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Friday, July 13, 2007

Sing us a song, piano man! -- SFWeekly's Trek into the Tenderloin's Cadillac Hotel

Posted By on Fri, Jul 13, 2007 at 9:01 AM

click to enlarge piano2.jpg

A Cadillac Hotel resident contemplates the $125,000 piano in the lobby. Photo by Joe Eskenazi.

Wandering through the Tenderloin, one constantly feels as if he’s stumbled across the unholy hybrid of a Hieronymus Bosch canvas and a Tom Waits lament.

You’ll see (and smell) any number of things on these wizened streets. But you’d be surprised at what you may hear. That’s why I dropped in at the Cadillac Hotel at 380 Eddy Street in the heart of the ‘Loin and asked to see “the piano.”

The Cadillac is a non-profit Single Room Occupancy (SRO) housed in a 100-year-old former hotel; the stark but clean foyer’s size and airiness hearken to its swankier past. A black and white photo of the edifice with curvy cars and fedora-wearing men in the foreground has been hand-colored with pastels and hangs on the wall.

Today, 158 low-income seniors and former homeless adults reside in the building, said longtime manager Magali Echevarria. And, every so often, one of them enjoyed tickling the ivories on the run-down piano in the corner of the lobby. Sure, it was so out of tune that even a ditty from a player possessing Gershwinesque skills would bring a tear to the eye of the Ayatollah, but it was the thought that counted.

Still, Echevarria was overjoyed when she learned that philanthropist Lee Walkup would be donating a new piano in honor of his deceased sister, Patricia, a community activist.

But it turned out that Walkup didn’t come through on his offer to hand over a new piano. Earlier this month, he sent a used one: A 123-year-old Steinway Concert Grand worth more than $125,000.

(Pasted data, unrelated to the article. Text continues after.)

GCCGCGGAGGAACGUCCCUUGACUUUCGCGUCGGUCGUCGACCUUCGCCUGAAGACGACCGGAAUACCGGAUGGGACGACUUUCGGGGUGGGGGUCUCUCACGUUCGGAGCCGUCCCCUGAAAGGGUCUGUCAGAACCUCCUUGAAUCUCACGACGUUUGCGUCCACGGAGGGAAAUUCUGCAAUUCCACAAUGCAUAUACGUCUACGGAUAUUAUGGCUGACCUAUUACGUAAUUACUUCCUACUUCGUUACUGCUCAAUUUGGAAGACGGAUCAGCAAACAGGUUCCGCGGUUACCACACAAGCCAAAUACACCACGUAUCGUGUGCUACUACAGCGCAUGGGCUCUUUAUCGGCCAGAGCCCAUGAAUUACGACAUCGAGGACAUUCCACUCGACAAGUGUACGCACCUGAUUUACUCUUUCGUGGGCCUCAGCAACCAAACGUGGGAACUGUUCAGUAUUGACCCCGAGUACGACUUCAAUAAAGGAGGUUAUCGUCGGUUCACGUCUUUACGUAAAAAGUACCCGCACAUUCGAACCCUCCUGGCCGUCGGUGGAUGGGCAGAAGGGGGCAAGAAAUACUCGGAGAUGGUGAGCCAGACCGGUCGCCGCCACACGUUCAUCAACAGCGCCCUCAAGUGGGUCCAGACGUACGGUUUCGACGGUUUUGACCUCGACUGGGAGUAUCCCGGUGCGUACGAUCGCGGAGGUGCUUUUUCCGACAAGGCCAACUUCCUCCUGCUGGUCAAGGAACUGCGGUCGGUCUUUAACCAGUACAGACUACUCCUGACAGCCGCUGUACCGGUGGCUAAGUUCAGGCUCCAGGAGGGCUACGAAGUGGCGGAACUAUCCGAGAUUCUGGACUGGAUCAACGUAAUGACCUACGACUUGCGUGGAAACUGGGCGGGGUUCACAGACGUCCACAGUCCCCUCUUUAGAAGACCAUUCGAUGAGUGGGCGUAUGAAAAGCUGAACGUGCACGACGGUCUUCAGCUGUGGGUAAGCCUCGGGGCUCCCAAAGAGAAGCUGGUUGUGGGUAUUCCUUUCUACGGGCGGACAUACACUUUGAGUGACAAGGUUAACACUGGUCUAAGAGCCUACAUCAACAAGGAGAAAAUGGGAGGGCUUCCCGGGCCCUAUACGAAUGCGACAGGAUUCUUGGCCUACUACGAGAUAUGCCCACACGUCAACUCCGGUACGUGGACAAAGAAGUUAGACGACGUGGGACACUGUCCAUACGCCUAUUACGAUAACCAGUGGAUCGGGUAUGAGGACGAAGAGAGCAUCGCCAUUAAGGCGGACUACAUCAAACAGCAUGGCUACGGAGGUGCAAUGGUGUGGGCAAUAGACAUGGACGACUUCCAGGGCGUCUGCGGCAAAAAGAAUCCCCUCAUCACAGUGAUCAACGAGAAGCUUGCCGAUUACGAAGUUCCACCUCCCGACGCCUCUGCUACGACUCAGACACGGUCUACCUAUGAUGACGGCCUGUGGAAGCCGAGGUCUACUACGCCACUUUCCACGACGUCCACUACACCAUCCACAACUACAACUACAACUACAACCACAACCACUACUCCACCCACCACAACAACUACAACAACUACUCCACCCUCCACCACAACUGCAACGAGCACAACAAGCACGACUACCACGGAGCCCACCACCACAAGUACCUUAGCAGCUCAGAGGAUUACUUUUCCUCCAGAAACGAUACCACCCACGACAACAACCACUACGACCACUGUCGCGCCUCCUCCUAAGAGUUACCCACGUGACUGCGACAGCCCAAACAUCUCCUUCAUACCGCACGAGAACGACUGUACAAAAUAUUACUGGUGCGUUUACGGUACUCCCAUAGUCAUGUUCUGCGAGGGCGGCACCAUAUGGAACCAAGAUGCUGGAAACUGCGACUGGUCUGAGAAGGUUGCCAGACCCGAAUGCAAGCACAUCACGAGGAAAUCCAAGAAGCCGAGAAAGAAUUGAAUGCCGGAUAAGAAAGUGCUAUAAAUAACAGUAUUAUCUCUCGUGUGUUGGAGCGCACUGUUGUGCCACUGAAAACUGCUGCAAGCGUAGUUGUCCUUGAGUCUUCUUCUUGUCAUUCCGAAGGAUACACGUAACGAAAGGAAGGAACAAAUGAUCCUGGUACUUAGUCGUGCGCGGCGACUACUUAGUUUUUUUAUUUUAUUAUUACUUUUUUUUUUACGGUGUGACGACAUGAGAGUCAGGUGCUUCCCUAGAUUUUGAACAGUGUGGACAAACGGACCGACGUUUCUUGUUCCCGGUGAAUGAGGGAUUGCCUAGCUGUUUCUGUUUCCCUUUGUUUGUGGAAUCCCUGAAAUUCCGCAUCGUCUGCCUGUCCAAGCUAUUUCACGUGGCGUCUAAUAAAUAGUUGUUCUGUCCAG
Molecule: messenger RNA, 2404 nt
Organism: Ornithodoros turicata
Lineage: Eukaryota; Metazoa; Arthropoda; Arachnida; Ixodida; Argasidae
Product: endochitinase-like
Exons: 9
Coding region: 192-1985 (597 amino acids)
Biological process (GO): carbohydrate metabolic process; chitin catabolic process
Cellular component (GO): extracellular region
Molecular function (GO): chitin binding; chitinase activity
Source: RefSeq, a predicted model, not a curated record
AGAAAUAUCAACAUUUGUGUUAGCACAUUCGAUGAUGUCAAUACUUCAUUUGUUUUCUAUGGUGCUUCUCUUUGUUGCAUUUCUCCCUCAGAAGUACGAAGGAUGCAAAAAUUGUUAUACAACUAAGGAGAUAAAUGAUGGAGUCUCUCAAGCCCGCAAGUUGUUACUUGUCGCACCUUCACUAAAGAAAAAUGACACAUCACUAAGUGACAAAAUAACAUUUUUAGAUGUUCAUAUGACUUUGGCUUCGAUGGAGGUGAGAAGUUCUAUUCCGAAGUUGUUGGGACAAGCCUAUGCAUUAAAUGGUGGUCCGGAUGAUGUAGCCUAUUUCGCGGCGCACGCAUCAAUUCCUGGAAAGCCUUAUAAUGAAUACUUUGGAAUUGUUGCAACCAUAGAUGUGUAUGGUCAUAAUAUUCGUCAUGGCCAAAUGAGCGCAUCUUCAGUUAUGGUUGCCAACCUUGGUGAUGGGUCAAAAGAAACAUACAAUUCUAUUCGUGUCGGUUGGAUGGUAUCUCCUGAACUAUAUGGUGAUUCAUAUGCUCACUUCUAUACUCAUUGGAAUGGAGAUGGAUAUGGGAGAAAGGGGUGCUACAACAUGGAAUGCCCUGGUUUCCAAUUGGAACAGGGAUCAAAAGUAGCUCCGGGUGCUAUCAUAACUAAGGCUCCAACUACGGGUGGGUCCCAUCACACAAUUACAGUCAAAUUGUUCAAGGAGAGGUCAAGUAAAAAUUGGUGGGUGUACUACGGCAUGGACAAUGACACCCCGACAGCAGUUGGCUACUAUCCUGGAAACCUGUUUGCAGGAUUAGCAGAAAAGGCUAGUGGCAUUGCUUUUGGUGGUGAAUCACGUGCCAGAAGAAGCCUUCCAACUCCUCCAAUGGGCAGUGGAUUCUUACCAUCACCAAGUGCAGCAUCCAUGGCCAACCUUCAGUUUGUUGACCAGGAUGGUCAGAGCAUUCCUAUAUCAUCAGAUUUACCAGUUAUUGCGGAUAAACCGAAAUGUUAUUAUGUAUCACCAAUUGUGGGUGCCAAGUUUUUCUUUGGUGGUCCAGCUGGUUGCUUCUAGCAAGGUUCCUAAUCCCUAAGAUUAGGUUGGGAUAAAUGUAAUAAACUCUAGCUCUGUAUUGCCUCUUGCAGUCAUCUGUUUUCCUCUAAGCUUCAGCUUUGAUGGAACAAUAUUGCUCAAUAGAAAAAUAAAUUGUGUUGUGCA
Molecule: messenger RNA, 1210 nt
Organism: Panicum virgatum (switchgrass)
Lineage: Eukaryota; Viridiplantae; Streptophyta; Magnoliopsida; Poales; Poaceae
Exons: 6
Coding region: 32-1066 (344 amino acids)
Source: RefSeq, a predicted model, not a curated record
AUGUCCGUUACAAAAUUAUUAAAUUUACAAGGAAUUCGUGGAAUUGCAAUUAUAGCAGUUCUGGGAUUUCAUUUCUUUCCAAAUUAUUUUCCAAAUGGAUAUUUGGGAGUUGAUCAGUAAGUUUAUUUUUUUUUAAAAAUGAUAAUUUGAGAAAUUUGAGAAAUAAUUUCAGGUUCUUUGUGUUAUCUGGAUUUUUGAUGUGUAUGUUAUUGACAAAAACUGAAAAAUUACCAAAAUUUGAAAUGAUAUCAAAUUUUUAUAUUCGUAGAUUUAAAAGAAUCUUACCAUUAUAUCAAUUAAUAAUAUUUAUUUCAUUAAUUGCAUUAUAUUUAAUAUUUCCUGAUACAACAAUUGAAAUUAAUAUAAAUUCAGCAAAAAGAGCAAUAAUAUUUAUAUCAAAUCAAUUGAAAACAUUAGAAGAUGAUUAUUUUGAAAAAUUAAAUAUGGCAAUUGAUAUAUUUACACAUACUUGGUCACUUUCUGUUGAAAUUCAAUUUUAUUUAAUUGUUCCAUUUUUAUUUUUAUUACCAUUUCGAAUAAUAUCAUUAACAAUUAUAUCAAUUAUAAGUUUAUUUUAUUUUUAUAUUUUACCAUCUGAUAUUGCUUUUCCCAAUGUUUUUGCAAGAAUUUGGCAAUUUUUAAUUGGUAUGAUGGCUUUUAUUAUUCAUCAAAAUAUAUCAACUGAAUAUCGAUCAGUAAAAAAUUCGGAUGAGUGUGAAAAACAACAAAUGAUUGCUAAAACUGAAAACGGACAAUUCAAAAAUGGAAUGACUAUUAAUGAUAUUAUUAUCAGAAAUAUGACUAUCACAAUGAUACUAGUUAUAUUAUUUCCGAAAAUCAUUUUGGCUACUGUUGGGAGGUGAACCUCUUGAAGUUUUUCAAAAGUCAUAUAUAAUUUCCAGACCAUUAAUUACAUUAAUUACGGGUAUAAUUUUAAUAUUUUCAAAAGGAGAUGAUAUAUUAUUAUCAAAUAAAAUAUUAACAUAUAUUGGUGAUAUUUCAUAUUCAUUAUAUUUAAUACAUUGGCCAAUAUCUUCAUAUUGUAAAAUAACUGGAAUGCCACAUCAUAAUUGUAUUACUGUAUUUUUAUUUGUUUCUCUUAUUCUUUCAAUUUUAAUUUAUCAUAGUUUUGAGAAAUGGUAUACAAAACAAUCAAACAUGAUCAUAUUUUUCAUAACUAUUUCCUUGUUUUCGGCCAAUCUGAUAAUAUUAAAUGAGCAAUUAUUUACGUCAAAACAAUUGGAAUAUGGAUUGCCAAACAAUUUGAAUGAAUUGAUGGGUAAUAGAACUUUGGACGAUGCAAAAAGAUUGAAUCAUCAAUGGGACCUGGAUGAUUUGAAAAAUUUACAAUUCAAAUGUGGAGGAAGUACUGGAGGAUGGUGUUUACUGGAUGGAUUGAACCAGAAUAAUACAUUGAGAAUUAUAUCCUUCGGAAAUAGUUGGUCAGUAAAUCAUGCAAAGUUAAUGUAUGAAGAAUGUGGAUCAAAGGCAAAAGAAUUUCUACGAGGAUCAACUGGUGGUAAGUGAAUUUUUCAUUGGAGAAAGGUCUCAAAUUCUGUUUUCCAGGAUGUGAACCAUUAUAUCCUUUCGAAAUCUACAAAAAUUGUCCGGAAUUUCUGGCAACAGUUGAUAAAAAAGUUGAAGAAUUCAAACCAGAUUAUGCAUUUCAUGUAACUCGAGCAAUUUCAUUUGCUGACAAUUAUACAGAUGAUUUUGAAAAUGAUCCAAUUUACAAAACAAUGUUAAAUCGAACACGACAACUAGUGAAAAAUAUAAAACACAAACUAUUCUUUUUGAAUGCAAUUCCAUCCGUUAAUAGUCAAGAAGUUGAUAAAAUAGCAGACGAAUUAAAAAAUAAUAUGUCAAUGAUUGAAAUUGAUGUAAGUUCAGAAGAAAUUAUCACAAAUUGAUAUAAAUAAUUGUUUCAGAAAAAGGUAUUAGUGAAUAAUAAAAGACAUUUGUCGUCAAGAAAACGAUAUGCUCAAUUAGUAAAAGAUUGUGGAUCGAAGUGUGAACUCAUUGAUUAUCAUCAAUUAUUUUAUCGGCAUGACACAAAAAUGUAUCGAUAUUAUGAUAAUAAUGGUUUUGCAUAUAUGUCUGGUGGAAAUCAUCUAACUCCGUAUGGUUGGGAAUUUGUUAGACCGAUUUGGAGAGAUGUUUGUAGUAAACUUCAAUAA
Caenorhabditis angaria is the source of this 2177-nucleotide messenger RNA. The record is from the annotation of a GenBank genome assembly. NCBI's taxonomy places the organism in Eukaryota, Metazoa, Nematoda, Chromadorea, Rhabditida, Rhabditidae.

“It even has its own humidifier,” said Echevarria, still stunned over the massive gift.

Even to my untrained eyes, the shiny, Indian Rosewood piano struck me as a work of art; it was the most valuable instrument I had touched since being inserted into an MRI machine some years earlier. Standing in front of its 88 keys, I felt like Stanley Kubrik’s ape man gazing at the monolith.

click to enlarge piano1.jpg

"It even has its own humidifier." Photo by Joe Eskenazi.

Of course, all I could do was stare at the piano. But Paul Hogarth could do more. A staff lawyer at the Tenderloin Housing Clinic (and wicked good pianist), Hogarth told me that taking the piano for a spin was like “Driving Cameron Frye’s Ferrari in 'Ferris Bueller’s Day Off. ’”

And now others can join the fun. Hogarth is helping to organize a series of Friday noontime concerts at the Cadillac and is looking for a few good piano men (and women). The first show will be a week from today and if you can — at the very least — play Für Elise, drop him a line here.

Robert Mathena, an 82-year-old retired chef and 40-year resident at the Cadillac, can’t wait.

“People will like that here. And we’ll get some champagne at the first concert.”

Echevarria quickly shakes her heard. “Oh no. I wouldn’t wait for that champagne, Robert.”

“Oh,” he replies, glumly. Then he brightens up. “Well, I’ll have some in my room.”

--Joe Eskenazi

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About The Author

Joe Eskenazi

Joe Eskenazi

Joe Eskenazi was born in San Francisco, raised in the Bay Area, and attended U.C. Berkeley. He never left. "Your humble narrator" was a staff writer and columnist for SF Weekly from 2007 to 2015. He resides in the Excelsior with his wife, 4.3 miles from his birthplace and 5,474 from hers.


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